Sir: I was interested to read Diane Coyle's column ("The true cost of a minimum wage", 21 September) on the effect of a minimum wage on women, and her suggestion that the "TUC's arbitrary level of pounds 4.15, presented as half the median male wage, would harm women".
The TUC is committed to a formula for the minimum wage of half male median earnings. However, this formula can produce hourly rates ranging from pounds 3.63 to pounds 4.15, depending on assumptions made about overtime and hours of work. It was agreed at Congress earlier this month that additional work is necessary before the TUC commits itself to an explicit target figure for the national minimum wage. In particular, further thought needs to be given to the relationship between the minimum wage and the social security system. The effects of the minimum wage on sectors with particular concentrations of low pay must also be taken into account.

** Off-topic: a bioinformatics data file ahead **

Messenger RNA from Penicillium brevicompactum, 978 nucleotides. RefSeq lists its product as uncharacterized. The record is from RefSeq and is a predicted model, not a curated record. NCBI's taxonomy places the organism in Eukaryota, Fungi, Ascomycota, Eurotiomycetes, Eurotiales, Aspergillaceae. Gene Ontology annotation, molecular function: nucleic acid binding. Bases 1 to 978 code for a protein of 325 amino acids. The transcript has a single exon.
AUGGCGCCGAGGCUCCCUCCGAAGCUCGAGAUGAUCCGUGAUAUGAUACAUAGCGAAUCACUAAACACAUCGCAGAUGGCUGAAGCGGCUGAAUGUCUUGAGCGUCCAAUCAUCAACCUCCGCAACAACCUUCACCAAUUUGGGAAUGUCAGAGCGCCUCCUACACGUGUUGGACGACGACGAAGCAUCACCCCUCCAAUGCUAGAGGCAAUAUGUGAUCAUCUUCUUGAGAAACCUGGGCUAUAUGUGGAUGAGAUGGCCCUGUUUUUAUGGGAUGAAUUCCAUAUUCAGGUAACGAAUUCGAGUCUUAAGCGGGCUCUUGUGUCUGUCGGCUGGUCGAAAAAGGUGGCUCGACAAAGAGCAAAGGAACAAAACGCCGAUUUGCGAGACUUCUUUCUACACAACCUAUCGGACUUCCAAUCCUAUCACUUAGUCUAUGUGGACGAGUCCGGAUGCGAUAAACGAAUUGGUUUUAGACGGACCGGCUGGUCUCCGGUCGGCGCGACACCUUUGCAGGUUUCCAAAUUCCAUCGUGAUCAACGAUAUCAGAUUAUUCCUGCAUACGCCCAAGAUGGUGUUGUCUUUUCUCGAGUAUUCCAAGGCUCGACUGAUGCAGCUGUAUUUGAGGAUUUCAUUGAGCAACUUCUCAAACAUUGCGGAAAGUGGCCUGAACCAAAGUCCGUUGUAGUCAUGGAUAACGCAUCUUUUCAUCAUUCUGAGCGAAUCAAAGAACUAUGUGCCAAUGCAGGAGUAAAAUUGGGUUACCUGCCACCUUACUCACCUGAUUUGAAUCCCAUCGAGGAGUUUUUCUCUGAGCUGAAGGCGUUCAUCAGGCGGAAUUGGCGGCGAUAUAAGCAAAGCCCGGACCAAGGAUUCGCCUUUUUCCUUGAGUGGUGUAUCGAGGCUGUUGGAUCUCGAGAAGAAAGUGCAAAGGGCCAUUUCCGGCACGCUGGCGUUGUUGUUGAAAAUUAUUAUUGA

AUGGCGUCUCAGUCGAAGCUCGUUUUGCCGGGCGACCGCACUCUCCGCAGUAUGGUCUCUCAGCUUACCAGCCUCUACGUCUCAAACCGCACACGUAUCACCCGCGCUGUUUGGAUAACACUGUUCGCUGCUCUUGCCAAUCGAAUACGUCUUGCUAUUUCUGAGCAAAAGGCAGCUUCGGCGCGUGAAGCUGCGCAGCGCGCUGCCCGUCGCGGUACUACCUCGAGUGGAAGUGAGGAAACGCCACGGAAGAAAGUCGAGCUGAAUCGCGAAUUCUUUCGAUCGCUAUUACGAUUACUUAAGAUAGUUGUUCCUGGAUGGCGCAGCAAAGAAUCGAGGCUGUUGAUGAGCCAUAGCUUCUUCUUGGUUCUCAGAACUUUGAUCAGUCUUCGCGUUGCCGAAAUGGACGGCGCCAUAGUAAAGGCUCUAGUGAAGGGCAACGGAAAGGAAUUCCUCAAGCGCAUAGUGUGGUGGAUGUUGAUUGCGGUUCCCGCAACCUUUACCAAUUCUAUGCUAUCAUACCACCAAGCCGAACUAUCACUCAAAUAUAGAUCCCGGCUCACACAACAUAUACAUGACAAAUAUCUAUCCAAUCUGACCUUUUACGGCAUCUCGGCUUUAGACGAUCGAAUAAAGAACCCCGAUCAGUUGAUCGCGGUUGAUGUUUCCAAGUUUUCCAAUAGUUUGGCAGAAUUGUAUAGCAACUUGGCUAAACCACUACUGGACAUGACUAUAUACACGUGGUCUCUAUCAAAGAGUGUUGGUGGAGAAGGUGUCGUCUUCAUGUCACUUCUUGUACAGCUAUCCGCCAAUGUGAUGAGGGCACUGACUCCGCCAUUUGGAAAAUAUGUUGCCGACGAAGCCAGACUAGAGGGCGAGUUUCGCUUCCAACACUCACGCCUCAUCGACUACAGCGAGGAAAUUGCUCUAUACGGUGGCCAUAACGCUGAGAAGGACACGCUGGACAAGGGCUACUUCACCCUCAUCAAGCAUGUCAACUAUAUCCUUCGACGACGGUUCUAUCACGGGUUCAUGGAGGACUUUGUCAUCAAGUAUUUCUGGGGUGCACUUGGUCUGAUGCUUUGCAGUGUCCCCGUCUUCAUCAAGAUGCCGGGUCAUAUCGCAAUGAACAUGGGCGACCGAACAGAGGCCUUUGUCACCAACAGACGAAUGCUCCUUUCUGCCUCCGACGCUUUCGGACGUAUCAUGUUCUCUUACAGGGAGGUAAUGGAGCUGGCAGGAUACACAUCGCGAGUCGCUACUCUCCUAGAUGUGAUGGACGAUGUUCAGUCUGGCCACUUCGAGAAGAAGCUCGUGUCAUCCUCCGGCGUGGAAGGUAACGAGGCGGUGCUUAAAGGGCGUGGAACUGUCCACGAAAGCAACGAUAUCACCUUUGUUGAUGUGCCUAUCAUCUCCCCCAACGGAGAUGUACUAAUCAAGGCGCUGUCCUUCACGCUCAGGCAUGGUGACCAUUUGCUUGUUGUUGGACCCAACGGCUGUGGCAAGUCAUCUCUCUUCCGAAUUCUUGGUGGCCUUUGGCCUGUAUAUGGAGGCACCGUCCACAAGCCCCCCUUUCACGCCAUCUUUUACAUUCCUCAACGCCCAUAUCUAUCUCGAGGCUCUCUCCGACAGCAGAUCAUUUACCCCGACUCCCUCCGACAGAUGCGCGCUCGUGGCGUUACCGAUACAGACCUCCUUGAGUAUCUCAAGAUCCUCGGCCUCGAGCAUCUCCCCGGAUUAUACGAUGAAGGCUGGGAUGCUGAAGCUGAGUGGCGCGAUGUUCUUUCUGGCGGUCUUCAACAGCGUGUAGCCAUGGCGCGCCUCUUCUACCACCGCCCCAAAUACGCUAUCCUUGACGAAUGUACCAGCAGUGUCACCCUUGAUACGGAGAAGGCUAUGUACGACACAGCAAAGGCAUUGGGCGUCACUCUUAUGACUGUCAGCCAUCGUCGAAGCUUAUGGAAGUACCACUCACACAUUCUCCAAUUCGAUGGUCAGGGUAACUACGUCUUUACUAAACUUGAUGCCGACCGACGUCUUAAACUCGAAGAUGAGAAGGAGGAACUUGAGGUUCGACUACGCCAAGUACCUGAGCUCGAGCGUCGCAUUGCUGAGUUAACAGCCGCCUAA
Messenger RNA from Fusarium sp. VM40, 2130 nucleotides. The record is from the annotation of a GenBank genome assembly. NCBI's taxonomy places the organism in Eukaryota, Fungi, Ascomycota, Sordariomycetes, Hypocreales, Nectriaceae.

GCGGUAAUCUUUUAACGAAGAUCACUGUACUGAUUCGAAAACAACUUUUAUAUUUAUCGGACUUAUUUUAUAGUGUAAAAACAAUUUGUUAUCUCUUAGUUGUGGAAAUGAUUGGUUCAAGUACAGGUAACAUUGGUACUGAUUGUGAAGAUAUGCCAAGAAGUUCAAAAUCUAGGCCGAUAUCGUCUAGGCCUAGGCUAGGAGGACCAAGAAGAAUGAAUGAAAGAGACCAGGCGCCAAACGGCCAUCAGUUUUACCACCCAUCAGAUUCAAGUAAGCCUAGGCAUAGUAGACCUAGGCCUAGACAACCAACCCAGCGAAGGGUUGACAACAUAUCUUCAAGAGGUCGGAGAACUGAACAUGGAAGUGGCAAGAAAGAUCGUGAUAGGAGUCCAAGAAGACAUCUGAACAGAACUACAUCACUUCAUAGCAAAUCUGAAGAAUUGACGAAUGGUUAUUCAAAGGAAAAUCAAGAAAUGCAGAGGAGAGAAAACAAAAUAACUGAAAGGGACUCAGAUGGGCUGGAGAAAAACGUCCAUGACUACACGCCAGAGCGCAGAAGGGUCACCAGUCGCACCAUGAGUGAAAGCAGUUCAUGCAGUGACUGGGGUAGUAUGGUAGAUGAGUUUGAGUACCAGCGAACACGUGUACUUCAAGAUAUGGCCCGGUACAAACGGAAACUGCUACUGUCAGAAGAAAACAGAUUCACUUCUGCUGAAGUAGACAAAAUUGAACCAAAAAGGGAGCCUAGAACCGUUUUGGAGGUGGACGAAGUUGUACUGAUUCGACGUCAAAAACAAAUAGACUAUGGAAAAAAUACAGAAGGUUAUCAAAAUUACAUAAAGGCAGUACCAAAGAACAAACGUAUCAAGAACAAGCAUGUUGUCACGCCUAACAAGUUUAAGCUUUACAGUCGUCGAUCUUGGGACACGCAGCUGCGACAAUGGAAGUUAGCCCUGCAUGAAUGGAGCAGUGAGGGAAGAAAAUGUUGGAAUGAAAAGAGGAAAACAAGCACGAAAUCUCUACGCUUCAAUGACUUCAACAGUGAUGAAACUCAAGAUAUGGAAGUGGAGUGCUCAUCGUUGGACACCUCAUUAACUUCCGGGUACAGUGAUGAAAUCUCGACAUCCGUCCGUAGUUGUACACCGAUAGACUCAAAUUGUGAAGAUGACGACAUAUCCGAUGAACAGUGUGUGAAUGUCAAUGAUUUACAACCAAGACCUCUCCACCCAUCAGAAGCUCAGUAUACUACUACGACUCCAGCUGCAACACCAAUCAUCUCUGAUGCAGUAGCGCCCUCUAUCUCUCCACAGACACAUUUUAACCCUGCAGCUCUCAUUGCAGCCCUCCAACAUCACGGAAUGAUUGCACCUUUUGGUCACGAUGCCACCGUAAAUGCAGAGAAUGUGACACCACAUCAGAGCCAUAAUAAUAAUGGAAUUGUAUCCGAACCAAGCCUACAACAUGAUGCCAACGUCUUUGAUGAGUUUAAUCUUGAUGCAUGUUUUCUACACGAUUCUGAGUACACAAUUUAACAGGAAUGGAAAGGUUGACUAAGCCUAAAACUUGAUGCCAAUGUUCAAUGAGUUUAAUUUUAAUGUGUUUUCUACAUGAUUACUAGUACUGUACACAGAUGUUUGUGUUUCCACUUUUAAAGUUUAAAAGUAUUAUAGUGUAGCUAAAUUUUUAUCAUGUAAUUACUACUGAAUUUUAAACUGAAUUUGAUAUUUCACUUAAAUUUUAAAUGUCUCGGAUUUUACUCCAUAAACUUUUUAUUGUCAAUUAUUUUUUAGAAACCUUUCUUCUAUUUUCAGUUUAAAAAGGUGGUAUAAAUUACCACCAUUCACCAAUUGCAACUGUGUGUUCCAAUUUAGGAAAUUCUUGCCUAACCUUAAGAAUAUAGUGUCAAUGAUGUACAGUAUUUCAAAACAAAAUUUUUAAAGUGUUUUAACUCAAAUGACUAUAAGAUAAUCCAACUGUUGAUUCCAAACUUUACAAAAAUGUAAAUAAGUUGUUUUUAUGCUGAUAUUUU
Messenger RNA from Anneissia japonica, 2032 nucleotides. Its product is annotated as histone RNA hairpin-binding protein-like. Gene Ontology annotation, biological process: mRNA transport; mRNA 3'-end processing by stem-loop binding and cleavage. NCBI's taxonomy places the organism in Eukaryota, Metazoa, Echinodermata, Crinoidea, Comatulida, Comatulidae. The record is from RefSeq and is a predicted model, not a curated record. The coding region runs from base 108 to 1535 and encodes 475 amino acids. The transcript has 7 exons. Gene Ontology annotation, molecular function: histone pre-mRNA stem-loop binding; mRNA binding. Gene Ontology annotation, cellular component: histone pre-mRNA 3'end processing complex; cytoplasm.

It should be remembered that the national minimum wage will not be introduced until the end of 1997 at the earliest. In the interim, unions will be pursuing a target figure in negotiations with employers of a minimum of pounds 4 per hour. Our intention is to use collective bargaining to tackle low pay in advance of the election of a Labour government.
The question is, how much higher can the minimum rate be pushed before adverse employment effects appear? This is obviously an issue that the TUC will be considering in greater detail and will no doubt be one of the principal issues for the Low Pay Commission proposed by the Labour Party after the general election.
Trades Union Congress